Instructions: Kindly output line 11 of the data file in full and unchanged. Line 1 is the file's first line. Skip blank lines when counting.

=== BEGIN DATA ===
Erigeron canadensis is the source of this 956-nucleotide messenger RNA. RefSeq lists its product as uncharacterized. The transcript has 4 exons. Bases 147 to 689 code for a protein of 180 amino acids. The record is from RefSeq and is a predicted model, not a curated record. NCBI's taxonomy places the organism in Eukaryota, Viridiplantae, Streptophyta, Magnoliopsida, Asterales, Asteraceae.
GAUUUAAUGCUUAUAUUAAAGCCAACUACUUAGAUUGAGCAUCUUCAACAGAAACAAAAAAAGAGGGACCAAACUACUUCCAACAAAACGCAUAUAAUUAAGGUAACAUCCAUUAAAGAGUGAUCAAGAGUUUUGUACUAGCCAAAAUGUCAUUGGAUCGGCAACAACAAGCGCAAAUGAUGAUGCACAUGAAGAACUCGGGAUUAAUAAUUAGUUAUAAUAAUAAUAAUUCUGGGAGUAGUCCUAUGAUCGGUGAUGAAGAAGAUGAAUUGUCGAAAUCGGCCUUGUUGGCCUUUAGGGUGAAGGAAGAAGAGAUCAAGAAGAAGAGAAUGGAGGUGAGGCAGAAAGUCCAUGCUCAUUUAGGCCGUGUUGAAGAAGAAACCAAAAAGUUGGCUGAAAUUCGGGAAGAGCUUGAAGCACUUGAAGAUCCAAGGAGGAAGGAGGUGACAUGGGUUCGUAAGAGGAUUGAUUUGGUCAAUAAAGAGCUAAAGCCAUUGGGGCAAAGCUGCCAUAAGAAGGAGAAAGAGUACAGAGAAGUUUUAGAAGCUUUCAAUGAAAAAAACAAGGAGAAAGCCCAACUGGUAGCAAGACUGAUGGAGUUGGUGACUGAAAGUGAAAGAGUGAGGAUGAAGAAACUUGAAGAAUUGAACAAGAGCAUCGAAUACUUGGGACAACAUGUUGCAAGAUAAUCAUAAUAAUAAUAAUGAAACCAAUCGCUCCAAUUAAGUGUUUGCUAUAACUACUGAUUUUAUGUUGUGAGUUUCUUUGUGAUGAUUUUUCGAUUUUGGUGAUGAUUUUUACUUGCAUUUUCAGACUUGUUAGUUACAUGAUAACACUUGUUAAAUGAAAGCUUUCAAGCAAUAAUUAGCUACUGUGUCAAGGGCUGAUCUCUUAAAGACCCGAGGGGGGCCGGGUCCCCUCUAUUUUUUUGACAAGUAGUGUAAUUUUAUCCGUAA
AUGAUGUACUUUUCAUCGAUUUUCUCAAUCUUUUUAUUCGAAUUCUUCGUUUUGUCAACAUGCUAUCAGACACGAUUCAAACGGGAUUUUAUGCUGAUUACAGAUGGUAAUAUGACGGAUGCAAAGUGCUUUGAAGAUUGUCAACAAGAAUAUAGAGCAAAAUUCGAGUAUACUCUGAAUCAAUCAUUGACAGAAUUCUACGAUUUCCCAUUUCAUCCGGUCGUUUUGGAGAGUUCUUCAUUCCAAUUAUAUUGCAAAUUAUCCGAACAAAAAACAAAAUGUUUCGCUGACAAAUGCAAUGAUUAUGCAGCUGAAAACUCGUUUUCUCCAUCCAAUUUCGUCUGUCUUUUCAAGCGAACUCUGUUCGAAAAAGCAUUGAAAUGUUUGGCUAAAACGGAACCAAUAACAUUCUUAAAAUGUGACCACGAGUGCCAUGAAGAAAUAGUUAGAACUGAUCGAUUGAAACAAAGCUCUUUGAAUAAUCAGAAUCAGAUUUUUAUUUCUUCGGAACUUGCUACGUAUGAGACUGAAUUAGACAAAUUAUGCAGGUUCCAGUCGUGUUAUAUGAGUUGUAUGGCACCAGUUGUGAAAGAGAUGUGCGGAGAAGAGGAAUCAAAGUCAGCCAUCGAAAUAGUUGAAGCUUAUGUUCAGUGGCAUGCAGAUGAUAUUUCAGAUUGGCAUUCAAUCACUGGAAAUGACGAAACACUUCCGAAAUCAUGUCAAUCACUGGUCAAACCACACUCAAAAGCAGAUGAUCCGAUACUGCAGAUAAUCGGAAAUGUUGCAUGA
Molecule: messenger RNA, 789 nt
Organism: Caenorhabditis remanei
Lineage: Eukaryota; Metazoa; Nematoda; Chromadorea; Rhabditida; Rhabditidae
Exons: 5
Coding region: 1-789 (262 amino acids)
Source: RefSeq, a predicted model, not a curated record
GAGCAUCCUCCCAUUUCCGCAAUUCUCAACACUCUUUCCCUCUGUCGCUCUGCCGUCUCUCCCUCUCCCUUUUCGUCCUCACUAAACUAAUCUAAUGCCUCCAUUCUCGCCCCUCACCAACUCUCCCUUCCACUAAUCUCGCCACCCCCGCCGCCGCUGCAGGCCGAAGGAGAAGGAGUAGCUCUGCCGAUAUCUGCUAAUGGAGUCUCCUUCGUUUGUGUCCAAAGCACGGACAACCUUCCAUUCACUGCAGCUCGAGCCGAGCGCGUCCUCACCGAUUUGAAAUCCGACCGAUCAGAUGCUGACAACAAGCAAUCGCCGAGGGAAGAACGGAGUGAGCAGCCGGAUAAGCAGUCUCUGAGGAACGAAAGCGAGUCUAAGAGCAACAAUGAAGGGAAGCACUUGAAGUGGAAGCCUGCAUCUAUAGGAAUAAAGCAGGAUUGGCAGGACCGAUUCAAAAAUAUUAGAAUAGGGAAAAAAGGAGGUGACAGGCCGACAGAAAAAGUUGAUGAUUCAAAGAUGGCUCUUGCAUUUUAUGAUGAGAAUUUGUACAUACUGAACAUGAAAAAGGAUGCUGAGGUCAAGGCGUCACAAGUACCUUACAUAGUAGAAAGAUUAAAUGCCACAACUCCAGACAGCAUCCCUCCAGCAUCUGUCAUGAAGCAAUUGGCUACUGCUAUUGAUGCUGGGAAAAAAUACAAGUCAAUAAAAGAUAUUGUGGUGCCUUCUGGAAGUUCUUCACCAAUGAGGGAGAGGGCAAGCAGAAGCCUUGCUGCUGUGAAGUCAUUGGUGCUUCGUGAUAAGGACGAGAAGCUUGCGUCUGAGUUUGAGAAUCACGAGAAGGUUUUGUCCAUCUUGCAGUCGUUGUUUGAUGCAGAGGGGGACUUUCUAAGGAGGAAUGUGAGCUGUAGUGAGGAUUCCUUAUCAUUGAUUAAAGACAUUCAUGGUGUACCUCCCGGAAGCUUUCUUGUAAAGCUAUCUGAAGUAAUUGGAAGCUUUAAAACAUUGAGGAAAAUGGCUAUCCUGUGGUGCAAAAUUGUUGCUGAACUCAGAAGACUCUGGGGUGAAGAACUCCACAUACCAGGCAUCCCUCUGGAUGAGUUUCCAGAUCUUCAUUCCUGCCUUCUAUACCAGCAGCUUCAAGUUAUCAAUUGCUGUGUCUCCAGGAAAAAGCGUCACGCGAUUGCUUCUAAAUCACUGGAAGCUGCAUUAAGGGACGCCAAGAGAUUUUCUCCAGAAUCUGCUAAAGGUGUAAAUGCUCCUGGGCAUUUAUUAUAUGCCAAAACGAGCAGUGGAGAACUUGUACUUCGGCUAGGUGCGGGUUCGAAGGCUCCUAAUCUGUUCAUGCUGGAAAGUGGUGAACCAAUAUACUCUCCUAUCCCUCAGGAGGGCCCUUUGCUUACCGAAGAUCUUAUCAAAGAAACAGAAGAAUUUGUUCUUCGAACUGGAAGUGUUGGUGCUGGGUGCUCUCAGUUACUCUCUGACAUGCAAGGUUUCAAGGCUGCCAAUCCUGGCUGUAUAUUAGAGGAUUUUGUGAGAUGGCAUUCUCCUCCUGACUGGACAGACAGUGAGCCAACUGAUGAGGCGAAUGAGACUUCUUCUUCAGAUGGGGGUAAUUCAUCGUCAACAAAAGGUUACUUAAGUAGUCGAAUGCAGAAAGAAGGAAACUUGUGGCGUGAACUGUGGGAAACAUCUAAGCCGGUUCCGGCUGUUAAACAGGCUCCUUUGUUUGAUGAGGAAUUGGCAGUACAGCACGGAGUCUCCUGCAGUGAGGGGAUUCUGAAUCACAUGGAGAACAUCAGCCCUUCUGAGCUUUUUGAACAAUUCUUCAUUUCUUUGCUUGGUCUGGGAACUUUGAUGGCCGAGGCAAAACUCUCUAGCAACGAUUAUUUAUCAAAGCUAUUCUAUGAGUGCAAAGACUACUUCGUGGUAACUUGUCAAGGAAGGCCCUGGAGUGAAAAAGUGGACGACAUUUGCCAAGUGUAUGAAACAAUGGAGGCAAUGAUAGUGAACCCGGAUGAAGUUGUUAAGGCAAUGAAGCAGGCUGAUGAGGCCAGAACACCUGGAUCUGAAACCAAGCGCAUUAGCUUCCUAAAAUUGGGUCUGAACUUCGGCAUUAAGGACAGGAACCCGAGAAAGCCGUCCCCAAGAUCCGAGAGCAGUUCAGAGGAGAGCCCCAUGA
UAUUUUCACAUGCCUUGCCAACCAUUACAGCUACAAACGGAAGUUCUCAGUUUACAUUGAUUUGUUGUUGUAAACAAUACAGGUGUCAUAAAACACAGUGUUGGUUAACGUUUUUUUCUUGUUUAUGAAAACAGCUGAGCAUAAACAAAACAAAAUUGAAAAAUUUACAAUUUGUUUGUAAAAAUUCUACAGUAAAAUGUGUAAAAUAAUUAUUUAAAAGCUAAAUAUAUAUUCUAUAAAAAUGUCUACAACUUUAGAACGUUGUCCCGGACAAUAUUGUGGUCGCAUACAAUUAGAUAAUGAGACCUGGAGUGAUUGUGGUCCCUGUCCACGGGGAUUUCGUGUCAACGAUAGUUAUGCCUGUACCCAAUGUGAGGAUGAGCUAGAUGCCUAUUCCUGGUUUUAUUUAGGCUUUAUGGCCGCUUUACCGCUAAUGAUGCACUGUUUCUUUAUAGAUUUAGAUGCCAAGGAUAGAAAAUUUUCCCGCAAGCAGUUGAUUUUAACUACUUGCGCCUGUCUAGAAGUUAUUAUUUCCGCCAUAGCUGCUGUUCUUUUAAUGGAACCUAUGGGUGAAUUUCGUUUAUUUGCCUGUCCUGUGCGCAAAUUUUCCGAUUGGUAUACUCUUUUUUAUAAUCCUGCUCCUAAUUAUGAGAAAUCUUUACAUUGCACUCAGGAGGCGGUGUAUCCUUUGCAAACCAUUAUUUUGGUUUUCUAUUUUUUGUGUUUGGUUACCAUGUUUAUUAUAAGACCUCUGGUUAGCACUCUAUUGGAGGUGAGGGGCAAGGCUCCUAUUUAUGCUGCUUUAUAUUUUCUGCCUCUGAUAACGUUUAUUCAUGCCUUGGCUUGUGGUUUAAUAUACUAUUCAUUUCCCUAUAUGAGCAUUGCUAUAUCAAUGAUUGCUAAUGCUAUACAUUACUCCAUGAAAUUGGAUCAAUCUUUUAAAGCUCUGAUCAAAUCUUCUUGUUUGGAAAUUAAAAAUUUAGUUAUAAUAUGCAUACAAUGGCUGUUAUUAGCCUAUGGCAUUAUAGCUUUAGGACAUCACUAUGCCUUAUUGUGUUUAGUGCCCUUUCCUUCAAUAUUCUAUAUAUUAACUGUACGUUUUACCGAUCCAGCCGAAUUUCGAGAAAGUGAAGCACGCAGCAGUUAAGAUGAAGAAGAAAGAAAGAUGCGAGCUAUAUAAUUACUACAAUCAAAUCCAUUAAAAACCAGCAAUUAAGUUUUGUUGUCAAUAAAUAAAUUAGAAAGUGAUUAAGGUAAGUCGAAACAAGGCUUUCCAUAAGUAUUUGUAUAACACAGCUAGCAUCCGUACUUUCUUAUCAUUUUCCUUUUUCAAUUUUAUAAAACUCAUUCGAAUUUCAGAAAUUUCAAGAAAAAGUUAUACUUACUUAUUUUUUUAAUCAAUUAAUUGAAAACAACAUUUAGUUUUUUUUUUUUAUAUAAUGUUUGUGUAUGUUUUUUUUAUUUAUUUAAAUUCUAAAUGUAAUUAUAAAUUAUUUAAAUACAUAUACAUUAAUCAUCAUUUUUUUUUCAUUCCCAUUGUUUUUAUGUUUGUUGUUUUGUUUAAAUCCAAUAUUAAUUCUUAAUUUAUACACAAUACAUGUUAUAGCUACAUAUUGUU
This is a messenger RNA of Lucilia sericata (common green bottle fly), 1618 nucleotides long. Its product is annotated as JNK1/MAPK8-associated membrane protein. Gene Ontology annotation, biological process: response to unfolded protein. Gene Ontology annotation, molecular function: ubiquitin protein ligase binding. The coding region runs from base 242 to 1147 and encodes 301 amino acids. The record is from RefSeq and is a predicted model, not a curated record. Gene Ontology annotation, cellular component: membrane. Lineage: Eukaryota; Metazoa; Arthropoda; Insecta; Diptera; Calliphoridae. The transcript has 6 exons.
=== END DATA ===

UAUUUUCACAUGCCUUGCCAACCAUUACAGCUACAAACGGAAGUUCUCAGUUUACAUUGAUUUGUUGUUGUAAACAAUACAGGUGUCAUAAAACACAGUGUUGGUUAACGUUUUUUUCUUGUUUAUGAAAACAGCUGAGCAUAAACAAAACAAAAUUGAAAAAUUUACAAUUUGUUUGUAAAAAUUCUACAGUAAAAUGUGUAAAAUAAUUAUUUAAAAGCUAAAUAUAUAUUCUAUAAAAAUGUCUACAACUUUAGAACGUUGUCCCGGACAAUAUUGUGGUCGCAUACAAUUAGAUAAUGAGACCUGGAGUGAUUGUGGUCCCUGUCCACGGGGAUUUCGUGUCAACGAUAGUUAUGCCUGUACCCAAUGUGAGGAUGAGCUAGAUGCCUAUUCCUGGUUUUAUUUAGGCUUUAUGGCCGCUUUACCGCUAAUGAUGCACUGUUUCUUUAUAGAUUUAGAUGCCAAGGAUAGAAAAUUUUCCCGCAAGCAGUUGAUUUUAACUACUUGCGCCUGUCUAGAAGUUAUUAUUUCCGCCAUAGCUGCUGUUCUUUUAAUGGAACCUAUGGGUGAAUUUCGUUUAUUUGCCUGUCCUGUGCGCAAAUUUUCCGAUUGGUAUACUCUUUUUUAUAAUCCUGCUCCUAAUUAUGAGAAAUCUUUACAUUGCACUCAGGAGGCGGUGUAUCCUUUGCAAACCAUUAUUUUGGUUUUCUAUUUUUUGUGUUUGGUUACCAUGUUUAUUAUAAGACCUCUGGUUAGCACUCUAUUGGAGGUGAGGGGCAAGGCUCCUAUUUAUGCUGCUUUAUAUUUUCUGCCUCUGAUAACGUUUAUUCAUGCCUUGGCUUGUGGUUUAAUAUACUAUUCAUUUCCCUAUAUGAGCAUUGCUAUAUCAAUGAUUGCUAAUGCUAUACAUUACUCCAUGAAAUUGGAUCAAUCUUUUAAAGCUCUGAUCAAAUCUUCUUGUUUGGAAAUUAAAAAUUUAGUUAUAAUAUGCAUACAAUGGCUGUUAUUAGCCUAUGGCAUUAUAGCUUUAGGACAUCACUAUGCCUUAUUGUGUUUAGUGCCCUUUCCUUCAAUAUUCUAUAUAUUAACUGUACGUUUUACCGAUCCAGCCGAAUUUCGAGAAAGUGAAGCACGCAGCAGUUAAGAUGAAGAAGAAAGAAAGAUGCGAGCUAUAUAAUUACUACAAUCAAAUCCAUUAAAAACCAGCAAUUAAGUUUUGUUGUCAAUAAAUAAAUUAGAAAGUGAUUAAGGUAAGUCGAAACAAGGCUUUCCAUAAGUAUUUGUAUAACACAGCUAGCAUCCGUACUUUCUUAUCAUUUUCCUUUUUCAAUUUUAUAAAACUCAUUCGAAUUUCAGAAAUUUCAAGAAAAAGUUAUACUUACUUAUUUUUUUAAUCAAUUAAUUGAAAACAACAUUUAGUUUUUUUUUUUUAUAUAAUGUUUGUGUAUGUUUUUUUUAUUUAUUUAAAUUCUAAAUGUAAUUAUAAAUUAUUUAAAUACAUAUACAUUAAUCAUCAUUUUUUUUUCAUUCCCAUUGUUUUUAUGUUUGUUGUUUUGUUUAAAUCCAAUAUUAAUUCUUAAUUUAUACACAAUACAUGUUAUAGCUACAUAUUGUU